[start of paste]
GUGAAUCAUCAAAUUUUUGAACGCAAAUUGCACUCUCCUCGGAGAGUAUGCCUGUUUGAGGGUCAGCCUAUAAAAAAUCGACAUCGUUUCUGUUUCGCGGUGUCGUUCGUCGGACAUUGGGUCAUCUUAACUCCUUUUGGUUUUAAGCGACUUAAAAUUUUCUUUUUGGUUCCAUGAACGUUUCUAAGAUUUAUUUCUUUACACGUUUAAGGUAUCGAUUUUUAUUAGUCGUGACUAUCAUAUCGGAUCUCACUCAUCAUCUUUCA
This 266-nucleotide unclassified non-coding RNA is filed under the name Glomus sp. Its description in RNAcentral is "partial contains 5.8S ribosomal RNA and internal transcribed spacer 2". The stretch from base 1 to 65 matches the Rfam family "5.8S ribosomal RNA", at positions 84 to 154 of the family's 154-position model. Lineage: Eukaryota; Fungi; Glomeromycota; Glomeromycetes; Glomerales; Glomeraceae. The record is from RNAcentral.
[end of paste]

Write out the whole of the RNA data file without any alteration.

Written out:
GUGAAUCAUCAAAUUUUUGAACGCAAAUUGCACUCUCCUCGGAGAGUAUGCCUGUUUGAGGGUCAGCCUAUAAAAAAUCGACAUCGUUUCUGUUUCGCGGUGUCGUUCGUCGGACAUUGGGUCAUCUUAACUCCUUUUGGUUUUAAGCGACUUAAAAUUUUCUUUUUGGUUCCAUGAACGUUUCUAAGAUUUAUUUCUUUACACGUUUAAGGUAUCGAUUUUUAUUAGUCGUGACUAUCAUAUCGGAUCUCACUCAUCAUCUUUCA
This 266-nucleotide unclassified non-coding RNA is filed under the name Glomus sp. Its description in RNAcentral is "partial contains 5.8S ribosomal RNA and internal transcribed spacer 2". The stretch from base 1 to 65 matches the Rfam family "5.8S ribosomal RNA", at positions 84 to 154 of the family's 154-position model. Lineage: Eukaryota; Fungi; Glomeromycota; Glomeromycetes; Glomerales; Glomeraceae. The record is from RNAcentral.